Mobile Wireless Connectivity Becomes a Productivity Asset

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What initially started out as consumer mobile devices have become game changers for the way employees do their work. As a result, it behooves businesses to ignore in-office wireless connectivity as an indispensible option to keep office workers in touch and collaborative throughout a building or campus.

Whether referring to Wi-Fi, 3G/4G, or even Bluetooth, in-office wireless connectivity has rocketed from a nice to have technology to a strategic must-have technology for businesses that want to unleash serious employee productivity benefits.

Apple iPhones, iPads, Android OS-based phones and a variety of cellular and Wi-Fi-equipped notebooks and tablet PCs, for example, have spawned what’s rapidly becoming an uber-mobile workforce whether outside or inside the office. In fact, the overarching reality about many of these devices is that they’re Wi-Fi and/or 3G-enabled, offering no Ethernet cable port.

Technically referred to as the 802.11x standard, Wi-Fi networks, today most notably 802.11n offering speeds of up to 100M bits per second, can provide enterprise-level security, reliability and fast wireless connectivity between computers, laptops and netbooks, mobile internet devices, printers, multifunction peripherals, scanners, cameras, audio/video equipment, e-book readers, and other Wi-Fi –enabled devices.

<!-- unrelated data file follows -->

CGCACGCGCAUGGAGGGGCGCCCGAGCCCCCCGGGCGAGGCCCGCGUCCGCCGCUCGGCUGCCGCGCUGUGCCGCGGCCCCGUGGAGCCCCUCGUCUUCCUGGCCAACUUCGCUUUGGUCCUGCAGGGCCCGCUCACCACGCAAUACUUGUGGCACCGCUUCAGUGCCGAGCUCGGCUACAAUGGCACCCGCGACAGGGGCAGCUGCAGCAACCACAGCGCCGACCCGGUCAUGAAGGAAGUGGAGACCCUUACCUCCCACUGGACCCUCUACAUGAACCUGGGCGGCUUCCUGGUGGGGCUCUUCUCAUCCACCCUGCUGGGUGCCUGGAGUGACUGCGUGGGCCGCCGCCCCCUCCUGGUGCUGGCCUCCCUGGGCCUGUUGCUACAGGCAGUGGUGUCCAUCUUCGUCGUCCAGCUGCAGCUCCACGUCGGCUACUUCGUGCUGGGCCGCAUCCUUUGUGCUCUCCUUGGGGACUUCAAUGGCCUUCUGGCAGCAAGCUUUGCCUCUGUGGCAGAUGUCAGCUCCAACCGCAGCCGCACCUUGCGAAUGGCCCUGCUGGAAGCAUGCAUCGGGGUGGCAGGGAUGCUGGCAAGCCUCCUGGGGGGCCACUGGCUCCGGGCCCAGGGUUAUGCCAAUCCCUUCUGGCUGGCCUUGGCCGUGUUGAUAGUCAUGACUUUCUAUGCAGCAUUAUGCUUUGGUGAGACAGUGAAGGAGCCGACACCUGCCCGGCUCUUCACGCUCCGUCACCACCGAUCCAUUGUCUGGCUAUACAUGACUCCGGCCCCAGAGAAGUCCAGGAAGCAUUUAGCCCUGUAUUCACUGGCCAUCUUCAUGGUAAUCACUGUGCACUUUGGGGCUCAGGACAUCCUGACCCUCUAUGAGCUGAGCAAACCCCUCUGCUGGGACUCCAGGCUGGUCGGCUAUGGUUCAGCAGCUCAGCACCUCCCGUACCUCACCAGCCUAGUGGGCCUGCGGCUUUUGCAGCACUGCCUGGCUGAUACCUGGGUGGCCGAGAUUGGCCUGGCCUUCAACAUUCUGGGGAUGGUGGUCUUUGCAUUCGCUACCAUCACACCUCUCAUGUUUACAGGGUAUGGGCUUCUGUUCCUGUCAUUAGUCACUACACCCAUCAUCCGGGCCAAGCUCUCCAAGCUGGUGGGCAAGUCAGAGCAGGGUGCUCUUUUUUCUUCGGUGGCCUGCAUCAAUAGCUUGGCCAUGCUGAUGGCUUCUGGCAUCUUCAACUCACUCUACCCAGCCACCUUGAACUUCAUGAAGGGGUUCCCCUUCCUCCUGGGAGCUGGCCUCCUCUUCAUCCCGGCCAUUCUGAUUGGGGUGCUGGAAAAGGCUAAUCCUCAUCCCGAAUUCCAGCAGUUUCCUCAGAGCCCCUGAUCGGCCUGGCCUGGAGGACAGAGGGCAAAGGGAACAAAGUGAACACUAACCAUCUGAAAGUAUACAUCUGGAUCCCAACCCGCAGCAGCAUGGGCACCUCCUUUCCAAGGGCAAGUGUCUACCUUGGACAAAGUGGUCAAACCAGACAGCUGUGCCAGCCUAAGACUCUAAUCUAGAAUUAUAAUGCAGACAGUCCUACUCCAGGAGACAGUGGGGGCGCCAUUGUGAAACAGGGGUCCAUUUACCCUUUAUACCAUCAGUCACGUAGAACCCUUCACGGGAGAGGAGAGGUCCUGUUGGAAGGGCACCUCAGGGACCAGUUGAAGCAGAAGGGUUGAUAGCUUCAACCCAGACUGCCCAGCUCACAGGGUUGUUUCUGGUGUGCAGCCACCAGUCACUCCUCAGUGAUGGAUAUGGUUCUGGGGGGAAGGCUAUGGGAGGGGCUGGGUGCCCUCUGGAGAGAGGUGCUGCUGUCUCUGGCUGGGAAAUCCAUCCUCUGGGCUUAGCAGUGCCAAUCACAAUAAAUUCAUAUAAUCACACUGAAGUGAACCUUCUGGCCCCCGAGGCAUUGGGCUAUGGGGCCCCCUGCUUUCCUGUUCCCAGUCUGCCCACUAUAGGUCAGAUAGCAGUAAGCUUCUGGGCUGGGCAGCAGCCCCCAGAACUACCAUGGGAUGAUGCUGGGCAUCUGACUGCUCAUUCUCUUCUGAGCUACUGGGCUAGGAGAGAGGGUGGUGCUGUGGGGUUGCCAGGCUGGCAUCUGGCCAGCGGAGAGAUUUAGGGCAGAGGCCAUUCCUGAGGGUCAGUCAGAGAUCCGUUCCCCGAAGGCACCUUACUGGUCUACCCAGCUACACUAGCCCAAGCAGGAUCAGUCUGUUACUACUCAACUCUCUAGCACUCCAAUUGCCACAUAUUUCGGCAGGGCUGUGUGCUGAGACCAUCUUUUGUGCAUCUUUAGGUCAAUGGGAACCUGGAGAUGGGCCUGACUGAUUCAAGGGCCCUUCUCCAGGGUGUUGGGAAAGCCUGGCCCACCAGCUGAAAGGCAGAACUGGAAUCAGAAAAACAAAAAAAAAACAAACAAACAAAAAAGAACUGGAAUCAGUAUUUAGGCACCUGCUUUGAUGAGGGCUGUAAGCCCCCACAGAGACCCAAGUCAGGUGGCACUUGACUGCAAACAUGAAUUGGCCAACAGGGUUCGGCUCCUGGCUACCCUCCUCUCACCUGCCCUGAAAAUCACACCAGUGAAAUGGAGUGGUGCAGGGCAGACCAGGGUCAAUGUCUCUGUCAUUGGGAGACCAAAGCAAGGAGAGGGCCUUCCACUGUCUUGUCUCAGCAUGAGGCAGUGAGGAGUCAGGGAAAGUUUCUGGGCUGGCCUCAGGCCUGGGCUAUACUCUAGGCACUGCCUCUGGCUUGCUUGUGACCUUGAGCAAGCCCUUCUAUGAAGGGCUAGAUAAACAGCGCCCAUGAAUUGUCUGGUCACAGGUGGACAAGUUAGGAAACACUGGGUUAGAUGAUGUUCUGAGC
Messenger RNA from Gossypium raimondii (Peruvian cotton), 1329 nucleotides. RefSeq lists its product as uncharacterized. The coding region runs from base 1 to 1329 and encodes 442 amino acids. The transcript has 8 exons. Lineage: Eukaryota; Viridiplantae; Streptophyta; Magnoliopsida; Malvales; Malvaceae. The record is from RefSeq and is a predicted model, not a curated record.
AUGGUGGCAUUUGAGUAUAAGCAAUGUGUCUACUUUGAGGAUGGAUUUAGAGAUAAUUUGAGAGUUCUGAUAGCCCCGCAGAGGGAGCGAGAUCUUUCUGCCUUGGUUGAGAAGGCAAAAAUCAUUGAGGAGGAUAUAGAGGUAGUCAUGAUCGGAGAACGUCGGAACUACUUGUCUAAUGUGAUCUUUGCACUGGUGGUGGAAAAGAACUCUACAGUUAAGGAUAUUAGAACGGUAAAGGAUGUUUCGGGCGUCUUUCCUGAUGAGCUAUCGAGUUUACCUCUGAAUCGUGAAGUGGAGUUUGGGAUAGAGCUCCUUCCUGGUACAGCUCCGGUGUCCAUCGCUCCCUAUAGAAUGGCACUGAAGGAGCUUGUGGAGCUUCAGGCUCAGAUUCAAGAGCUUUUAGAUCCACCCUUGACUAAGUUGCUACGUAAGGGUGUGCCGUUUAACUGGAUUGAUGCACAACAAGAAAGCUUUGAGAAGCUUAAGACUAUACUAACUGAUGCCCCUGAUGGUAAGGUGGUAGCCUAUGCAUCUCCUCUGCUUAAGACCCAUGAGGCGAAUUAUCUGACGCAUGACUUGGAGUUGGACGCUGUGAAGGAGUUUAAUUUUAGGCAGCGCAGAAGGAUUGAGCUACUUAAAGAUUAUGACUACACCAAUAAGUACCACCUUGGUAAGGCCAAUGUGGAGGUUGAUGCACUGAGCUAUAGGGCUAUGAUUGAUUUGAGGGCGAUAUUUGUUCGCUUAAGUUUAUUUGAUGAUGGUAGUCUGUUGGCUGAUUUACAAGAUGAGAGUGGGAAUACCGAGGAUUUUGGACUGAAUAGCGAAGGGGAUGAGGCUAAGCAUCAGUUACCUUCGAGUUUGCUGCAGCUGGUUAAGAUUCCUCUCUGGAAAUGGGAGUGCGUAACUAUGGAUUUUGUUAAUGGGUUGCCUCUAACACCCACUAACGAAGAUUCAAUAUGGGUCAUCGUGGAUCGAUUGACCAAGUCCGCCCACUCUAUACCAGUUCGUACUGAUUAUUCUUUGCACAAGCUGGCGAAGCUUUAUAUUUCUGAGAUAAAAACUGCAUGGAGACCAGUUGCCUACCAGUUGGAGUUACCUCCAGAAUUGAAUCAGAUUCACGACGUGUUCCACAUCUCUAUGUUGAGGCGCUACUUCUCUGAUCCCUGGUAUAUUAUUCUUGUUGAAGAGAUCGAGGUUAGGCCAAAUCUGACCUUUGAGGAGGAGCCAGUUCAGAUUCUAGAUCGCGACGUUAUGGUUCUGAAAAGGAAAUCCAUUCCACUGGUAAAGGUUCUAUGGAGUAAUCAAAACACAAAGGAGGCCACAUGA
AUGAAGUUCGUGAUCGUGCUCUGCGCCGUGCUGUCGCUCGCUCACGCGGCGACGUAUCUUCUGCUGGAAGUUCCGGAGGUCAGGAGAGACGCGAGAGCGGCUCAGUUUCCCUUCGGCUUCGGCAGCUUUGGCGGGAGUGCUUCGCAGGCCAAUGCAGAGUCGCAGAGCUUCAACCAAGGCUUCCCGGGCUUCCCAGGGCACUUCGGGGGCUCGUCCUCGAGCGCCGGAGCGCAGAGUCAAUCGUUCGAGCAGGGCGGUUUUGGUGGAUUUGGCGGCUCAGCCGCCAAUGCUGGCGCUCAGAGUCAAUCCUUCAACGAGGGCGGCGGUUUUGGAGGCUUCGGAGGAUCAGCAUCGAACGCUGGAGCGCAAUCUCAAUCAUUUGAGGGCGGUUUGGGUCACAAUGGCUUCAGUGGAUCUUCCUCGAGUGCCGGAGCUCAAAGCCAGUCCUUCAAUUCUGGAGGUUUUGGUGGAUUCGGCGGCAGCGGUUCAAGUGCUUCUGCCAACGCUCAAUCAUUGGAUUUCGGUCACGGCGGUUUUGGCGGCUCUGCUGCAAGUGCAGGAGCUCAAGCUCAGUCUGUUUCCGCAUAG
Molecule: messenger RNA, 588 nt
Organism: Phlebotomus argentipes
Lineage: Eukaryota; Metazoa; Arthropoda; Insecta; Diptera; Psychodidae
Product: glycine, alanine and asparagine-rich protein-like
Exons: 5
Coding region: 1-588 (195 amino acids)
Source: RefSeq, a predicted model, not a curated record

Wi-Fi products can send email, stream video, link international video conference calls and allow simultaneous use of voice and data.

Healthcare professionals, for example, work in one of the fastest growing wireless environments, rely on Wi-Fi for sending real-time patient monitoring information directly to clinician’s mobile devices,

In retail, sales staff uses wireless scanners, Point-of-Sale (POS) systems for order taking, checking inventory for customers, and self-service kiosks, for example.

Wi-Fi provides office workers where ever, whenever access, whether working from their desk, conference room, riding in the elevator, or walking in the corridors or between office campus buildings.

“Wireless, helps to make their lives as successful as possible in the enterprise,” says Ozer Dondurmacioglu, product manager at Aruba Networks.

Cisco’s WebEx, for example, is an online collaborative meeting environment where users can view presentations, applications, and desktops and is as easily accessible from the desktop as it from a smartphone.

A growing net of wireless users
According to a recent report by Dell’Oro Group, worldwide wireless LAN market revenues grew by 28 percent in the second quarter of 2010 over the same period last year, establishing record high levels for the small office, home office (SOHO) and enterprise segments.

In the next five years, In-Stat estimates that the number of Wi-Fi enabled devices will jump from over 500 million in 2009 to almost 2 billion in 2014. Mobile devices with Wi-Fi will continue to dominate shipments.

Enterprise wireless contenders, Avaya, Cisco, HP and RIM, for example, have all recently stocked their arsenals with business tablet devices that are designed for communication and collaboration-the Avaya Desktop Video device, Cius, Slate 500 and Blackberry Playbook, respectively.